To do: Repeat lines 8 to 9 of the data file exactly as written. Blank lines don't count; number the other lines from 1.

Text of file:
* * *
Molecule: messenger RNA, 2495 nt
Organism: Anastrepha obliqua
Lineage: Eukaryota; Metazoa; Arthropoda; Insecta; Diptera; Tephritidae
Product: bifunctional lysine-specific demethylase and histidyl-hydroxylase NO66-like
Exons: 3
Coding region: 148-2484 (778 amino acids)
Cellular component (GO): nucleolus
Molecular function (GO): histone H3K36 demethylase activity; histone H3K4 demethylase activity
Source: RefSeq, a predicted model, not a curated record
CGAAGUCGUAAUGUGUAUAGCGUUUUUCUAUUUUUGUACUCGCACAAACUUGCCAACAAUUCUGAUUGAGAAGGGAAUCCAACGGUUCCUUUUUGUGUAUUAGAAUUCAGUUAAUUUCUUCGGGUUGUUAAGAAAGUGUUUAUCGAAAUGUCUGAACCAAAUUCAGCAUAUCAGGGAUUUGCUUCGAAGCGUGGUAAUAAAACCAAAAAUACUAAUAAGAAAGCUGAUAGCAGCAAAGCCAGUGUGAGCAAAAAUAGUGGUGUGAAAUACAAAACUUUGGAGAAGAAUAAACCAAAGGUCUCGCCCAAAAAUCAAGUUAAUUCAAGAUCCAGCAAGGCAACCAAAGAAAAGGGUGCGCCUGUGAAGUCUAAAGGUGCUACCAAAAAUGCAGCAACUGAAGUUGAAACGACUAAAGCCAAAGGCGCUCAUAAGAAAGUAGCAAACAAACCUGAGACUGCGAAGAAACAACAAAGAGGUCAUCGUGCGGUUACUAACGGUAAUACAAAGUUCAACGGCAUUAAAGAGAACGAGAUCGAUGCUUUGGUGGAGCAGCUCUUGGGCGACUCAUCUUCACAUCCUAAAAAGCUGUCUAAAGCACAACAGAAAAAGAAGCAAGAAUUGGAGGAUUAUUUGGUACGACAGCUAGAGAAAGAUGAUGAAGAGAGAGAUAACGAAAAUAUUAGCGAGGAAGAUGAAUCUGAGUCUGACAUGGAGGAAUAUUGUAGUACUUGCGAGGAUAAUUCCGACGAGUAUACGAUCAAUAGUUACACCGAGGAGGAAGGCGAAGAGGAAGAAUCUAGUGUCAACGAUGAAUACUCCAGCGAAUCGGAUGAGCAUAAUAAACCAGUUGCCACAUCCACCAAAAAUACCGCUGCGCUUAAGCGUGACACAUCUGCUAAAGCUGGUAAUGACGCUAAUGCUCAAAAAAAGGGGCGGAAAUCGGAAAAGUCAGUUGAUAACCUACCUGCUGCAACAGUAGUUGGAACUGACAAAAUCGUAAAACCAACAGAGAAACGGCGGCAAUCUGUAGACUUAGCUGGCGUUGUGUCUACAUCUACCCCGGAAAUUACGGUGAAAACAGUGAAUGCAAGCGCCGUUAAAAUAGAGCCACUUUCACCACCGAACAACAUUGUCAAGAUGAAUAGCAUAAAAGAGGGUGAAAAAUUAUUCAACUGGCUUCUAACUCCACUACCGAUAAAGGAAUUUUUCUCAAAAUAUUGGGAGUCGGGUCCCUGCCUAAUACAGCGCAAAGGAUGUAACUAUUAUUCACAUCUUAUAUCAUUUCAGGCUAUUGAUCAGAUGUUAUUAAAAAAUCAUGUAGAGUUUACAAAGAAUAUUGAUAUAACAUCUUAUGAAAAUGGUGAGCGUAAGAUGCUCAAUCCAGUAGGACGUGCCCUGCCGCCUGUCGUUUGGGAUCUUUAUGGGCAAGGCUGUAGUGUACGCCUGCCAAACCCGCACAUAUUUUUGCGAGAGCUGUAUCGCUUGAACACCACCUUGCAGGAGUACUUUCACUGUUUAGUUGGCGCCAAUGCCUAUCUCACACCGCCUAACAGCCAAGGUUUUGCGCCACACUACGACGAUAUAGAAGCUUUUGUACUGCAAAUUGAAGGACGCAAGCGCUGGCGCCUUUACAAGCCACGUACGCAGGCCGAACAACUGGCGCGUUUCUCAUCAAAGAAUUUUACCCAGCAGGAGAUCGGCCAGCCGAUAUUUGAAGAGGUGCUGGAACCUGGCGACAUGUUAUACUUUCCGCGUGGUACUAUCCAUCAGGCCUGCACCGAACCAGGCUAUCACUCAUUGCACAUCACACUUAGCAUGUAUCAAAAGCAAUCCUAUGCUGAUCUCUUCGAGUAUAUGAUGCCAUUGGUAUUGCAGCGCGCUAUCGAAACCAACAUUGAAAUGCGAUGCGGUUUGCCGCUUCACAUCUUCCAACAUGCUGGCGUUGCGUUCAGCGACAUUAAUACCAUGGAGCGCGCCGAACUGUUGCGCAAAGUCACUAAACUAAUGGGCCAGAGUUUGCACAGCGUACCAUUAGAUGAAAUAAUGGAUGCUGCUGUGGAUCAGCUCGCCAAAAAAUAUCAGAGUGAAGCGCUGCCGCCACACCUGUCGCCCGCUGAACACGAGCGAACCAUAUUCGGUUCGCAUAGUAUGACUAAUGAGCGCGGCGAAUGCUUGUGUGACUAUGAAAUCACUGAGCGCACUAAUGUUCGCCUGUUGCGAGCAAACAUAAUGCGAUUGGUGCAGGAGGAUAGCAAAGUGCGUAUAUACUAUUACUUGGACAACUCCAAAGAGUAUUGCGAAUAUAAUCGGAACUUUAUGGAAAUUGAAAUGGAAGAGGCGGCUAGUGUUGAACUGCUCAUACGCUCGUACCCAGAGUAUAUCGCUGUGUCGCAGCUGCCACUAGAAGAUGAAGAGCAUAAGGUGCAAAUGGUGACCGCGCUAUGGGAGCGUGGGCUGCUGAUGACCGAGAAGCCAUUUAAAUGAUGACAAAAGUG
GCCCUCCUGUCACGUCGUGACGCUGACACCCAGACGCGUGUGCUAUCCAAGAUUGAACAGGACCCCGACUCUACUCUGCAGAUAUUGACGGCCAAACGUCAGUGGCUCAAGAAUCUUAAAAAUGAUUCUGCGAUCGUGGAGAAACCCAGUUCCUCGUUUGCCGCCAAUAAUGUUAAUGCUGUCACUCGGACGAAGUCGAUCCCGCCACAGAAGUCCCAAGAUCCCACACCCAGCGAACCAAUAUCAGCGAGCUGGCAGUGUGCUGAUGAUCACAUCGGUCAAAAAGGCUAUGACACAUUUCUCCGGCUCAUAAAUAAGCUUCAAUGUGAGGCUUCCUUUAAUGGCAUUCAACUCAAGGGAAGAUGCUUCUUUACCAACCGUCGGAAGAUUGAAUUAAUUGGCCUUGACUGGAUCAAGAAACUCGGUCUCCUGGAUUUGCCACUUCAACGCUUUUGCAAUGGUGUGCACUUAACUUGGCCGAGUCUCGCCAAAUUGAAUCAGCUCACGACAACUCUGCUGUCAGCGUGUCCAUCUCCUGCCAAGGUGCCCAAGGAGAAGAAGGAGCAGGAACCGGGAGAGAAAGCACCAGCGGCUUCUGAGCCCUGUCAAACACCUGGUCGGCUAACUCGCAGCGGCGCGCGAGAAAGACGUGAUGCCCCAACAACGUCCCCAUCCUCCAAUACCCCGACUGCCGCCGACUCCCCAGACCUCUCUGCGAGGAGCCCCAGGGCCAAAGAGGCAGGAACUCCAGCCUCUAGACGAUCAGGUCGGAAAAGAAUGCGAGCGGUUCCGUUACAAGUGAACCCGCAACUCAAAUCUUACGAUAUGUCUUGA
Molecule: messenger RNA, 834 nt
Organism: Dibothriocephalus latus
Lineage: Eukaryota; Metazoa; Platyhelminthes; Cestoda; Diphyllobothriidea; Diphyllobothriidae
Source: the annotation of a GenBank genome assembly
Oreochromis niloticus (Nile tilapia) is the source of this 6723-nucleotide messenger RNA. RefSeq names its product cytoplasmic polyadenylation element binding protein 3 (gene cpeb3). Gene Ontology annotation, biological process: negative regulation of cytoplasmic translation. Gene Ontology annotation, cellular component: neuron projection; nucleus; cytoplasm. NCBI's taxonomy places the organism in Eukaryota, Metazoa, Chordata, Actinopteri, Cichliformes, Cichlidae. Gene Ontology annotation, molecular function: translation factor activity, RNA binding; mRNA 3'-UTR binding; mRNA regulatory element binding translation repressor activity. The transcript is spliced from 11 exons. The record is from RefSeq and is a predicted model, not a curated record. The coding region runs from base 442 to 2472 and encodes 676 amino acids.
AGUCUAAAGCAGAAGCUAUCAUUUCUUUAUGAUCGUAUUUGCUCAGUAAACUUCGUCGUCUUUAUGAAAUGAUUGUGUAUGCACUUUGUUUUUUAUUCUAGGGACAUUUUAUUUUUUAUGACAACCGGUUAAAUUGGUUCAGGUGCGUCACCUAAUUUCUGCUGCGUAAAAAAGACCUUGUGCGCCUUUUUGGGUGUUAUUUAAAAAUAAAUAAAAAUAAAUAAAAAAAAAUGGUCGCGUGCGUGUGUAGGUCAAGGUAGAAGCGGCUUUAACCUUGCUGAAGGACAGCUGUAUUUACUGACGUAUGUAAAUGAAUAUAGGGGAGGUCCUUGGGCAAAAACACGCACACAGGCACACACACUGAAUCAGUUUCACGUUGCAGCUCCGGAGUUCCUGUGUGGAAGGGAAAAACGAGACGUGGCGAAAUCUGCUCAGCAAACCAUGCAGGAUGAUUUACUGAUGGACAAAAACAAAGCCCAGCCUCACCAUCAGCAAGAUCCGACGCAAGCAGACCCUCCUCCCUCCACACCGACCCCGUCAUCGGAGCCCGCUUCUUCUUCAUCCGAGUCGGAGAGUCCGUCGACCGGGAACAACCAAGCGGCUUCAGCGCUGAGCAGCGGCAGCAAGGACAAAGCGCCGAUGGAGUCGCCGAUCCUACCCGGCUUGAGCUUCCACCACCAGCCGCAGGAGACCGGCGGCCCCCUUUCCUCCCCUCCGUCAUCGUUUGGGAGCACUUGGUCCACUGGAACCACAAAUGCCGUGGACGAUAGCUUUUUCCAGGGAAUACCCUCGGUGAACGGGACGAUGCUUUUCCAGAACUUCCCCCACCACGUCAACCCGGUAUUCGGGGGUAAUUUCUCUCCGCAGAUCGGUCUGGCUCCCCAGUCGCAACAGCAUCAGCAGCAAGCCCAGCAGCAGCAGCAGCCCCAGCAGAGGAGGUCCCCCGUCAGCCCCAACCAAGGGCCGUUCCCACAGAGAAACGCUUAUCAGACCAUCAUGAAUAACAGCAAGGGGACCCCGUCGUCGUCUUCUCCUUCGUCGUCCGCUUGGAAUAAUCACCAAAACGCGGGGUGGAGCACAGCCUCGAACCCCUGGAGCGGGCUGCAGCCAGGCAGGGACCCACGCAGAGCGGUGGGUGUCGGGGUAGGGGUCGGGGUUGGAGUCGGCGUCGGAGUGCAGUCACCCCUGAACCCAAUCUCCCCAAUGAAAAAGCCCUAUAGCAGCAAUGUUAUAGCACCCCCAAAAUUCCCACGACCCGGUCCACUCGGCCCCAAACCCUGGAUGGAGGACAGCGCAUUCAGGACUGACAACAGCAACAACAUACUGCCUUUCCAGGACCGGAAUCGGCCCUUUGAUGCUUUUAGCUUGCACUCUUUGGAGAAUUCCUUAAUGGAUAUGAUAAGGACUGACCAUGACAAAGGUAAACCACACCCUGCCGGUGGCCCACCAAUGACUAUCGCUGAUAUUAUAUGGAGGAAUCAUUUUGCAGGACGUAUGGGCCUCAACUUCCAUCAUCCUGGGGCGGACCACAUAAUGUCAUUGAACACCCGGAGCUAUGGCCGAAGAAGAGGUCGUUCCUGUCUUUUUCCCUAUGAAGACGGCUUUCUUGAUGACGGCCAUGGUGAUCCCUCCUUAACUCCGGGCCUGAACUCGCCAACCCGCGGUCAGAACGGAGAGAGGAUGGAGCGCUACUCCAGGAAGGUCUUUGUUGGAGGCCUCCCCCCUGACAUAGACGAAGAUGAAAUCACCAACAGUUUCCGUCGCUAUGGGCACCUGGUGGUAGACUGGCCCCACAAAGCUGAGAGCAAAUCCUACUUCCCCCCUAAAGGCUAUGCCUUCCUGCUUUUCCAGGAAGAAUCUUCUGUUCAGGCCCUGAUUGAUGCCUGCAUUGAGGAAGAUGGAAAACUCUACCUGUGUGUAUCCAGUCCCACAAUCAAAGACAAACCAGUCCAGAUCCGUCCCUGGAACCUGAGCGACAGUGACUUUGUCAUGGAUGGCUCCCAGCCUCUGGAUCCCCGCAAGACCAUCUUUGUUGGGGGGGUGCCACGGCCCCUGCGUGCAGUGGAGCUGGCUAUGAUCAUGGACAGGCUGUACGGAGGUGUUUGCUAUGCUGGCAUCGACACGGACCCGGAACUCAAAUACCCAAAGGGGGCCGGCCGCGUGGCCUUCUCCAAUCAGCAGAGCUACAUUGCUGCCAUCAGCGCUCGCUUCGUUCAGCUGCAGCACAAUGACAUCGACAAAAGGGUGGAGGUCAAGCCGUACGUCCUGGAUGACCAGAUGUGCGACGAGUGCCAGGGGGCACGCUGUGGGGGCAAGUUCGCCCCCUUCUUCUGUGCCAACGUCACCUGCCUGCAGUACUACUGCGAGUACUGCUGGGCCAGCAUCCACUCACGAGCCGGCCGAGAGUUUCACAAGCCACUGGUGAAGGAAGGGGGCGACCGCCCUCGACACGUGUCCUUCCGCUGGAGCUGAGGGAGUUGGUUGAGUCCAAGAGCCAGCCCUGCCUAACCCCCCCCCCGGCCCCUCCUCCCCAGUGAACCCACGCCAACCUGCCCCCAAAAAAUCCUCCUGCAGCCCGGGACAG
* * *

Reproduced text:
Molecular function (GO): histone H3K36 demethylase activity; histone H3K4 demethylase activity
Source: RefSeq, a predicted model, not a curated record